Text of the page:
There Wasn’t a Spanking Scene in… The Talking Cure (but there is now, sort of)

A disturbed 18-year-old Russian named Sabina Spielrein is admitted to the private sanatorium where Carl Jung is the assistant director. He decides to use her to trial his new method of psychoanalysis. So begins Christopher Hampton’s play The Talking Cure, first produced at London’s National Theatre in 2003. It’s a play that, despite what it says above, does in a sense feature an onstage spanking scene – just not one that can be watched by an audience or photographed by a camera!

In 2003, Sabina was played by Jodhi May…

… seen here in the production with Ralph Fiennes as Jung:

02 May and Fiennes

The early scenes establish, among other things, that Sabina’s anxiety and manic behavior happens in response to mysterious triggers, such as when she sees him slapping the dust out of a blanket; she also has an uncommonly strong reaction to the word ‘bottom’, and in moments of stress she sees a vision of her father’s hand.

Eventually Jung winkles the truth out of her: she has developed a sexual response to being spanked by her father, and feels desperately ashamed of it. Finally she describes her ultimate erotic fantasy: she and her father are onstage in a theater in front of a huge crowd, and he rips her clothes off, puts her over his knee and spanks her … and the crowd loves it!

And with that a corner is turned: she is soon able to leave the hospital and enrol at university. Her relationship with Jung develops into something more like an adult friendship, and she obviously wants it to become even more than that. One of his other patients, a compellingly persuasive genius, advises him, ‘Just take her to some secluded spot and thrash her to within an inch of her life: that’s clearly what she wants. How can you deny her such a simple pleasure?’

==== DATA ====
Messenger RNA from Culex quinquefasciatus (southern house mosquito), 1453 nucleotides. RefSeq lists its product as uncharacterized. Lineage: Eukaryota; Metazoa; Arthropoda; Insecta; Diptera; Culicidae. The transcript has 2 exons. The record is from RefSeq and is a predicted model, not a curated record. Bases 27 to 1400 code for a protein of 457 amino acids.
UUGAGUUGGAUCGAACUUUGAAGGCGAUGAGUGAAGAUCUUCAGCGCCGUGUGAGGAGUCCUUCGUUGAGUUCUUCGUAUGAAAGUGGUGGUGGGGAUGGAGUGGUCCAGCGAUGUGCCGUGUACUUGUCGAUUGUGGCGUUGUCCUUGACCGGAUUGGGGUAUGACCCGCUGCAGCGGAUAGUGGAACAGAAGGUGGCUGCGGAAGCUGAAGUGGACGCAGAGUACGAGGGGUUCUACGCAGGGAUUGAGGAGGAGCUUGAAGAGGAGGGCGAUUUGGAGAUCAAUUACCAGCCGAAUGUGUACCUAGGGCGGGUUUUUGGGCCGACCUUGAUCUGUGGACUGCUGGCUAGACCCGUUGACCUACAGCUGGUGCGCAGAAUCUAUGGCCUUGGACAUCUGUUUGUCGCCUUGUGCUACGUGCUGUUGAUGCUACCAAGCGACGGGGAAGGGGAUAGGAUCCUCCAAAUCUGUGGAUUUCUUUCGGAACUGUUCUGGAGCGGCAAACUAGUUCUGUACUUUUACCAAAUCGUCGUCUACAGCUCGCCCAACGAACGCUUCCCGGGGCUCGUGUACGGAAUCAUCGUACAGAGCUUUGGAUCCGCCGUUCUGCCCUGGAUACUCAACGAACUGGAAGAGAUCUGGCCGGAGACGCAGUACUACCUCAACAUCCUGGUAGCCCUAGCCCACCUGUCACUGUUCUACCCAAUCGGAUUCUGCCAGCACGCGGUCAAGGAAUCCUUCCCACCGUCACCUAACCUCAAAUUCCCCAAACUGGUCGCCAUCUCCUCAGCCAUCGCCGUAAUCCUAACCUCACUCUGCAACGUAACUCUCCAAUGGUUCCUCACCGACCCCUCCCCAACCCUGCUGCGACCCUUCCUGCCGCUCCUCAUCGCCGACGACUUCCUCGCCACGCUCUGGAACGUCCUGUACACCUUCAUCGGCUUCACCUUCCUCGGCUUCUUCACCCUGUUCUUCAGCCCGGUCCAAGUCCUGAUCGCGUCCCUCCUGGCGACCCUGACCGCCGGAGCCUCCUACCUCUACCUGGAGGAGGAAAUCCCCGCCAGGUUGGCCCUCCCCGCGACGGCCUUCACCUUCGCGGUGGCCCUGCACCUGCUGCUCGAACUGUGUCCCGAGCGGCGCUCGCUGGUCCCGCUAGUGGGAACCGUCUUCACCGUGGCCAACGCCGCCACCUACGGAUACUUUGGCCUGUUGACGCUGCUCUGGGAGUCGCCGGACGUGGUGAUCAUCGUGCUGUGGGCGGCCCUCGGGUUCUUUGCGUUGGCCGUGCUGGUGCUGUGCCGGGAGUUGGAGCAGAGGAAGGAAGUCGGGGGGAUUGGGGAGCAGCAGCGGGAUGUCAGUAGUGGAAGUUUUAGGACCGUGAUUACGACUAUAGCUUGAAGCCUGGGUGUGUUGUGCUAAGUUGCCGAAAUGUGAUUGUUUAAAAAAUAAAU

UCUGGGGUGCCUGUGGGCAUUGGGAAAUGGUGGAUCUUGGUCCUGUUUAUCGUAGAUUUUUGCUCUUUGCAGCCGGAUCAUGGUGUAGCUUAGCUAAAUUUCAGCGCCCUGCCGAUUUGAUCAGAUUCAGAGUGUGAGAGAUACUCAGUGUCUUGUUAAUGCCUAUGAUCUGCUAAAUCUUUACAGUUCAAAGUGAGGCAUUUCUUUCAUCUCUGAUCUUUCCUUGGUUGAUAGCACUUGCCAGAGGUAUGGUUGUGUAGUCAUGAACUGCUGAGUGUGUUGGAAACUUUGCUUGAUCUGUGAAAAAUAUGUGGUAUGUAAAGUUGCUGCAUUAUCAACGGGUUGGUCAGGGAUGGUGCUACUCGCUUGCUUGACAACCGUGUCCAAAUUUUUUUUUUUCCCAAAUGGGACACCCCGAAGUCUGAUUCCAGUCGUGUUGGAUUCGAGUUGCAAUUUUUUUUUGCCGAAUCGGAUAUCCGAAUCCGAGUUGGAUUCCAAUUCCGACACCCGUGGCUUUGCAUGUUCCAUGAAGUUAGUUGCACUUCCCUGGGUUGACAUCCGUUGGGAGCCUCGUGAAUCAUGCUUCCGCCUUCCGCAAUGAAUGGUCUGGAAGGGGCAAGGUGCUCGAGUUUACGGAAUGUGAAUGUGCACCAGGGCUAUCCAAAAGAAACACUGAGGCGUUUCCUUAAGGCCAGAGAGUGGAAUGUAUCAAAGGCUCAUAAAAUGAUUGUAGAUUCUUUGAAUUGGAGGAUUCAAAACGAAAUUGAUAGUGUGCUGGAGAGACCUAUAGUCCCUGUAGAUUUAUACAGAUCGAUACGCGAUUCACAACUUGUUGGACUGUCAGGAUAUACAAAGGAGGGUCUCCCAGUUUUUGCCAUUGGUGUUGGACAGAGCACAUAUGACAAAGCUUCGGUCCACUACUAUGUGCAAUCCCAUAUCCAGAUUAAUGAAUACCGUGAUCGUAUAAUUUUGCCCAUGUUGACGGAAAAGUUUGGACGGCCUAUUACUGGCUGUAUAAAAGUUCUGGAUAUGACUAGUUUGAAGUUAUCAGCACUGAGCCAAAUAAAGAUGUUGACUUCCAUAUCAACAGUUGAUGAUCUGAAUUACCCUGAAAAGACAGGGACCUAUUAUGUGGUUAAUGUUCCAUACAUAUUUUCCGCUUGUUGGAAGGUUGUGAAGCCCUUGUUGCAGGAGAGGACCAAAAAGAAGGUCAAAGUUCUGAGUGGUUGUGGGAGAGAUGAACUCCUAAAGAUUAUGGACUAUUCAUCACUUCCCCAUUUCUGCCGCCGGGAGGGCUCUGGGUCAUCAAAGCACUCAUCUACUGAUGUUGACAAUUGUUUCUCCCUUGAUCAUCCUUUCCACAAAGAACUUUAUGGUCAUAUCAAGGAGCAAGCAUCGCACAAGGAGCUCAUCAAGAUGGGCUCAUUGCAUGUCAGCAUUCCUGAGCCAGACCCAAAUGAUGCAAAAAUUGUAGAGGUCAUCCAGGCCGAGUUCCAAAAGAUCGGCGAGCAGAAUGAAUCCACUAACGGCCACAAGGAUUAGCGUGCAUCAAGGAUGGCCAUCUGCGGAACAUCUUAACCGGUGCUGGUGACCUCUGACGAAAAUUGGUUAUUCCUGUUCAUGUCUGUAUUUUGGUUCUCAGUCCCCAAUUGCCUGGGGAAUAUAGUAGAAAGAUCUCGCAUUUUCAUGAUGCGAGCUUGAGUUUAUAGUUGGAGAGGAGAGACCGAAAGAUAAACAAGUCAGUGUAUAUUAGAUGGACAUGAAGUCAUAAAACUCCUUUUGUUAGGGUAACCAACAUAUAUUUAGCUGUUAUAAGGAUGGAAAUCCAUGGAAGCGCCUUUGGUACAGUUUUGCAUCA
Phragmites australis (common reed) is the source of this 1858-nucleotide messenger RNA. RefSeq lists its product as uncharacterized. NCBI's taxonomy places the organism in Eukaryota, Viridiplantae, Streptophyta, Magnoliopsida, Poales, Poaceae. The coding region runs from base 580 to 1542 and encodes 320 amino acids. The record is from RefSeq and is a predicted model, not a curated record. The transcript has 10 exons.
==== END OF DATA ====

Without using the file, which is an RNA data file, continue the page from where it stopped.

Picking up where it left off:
Jung and Sabina do end up in an adulterous relationship, but initially the sex is only conventional. But then she asks him to punish her…

In the play as originally written, Jung doesn’t. Doctor/patient sex is rarely if ever a good idea, and gossip forces Jung to put the relationship back on a professional footing.

But plays are living things: they grow and develop. This one initially developed into a screenplay for David Cronenberg’s 2011 movie, A Dangerous Method, with Michael Fassbender as Jung and Keira Knightley as Sabina. This version omits the play’s spanking ‘scene’ – the detailed account of Sabina’s onstage fantasy punishment – but, on the swings and roundabouts principle, it adds a scene in which Jung spanks Sabina during their initial affair…

03 Dangerous Method

… followed by another, when the affair is later resumed, in which he whacks her with a belt while she studies herself in the mirror, now both subject and analyst:

03a Dangerous Method03b Dangerous Method

The big disappointment is that the film does away with the play’s indication that Sabina’s fetish is specifically for being spanked OTK. But then they wanted to avoid making the two punishment scenes too overtly sexy, in part because they were the reason Keira Knightley hesitated to accept the role:

When I first read the script, I thought, ‘The script’s fascinating, and it’s David, and I really want to work with David, but I read those two scenes and just went, ‘I don’t think that I can do that,’ particularly because it’s the age of the internet; it’s gonna be everywhere; I don’t want that out there.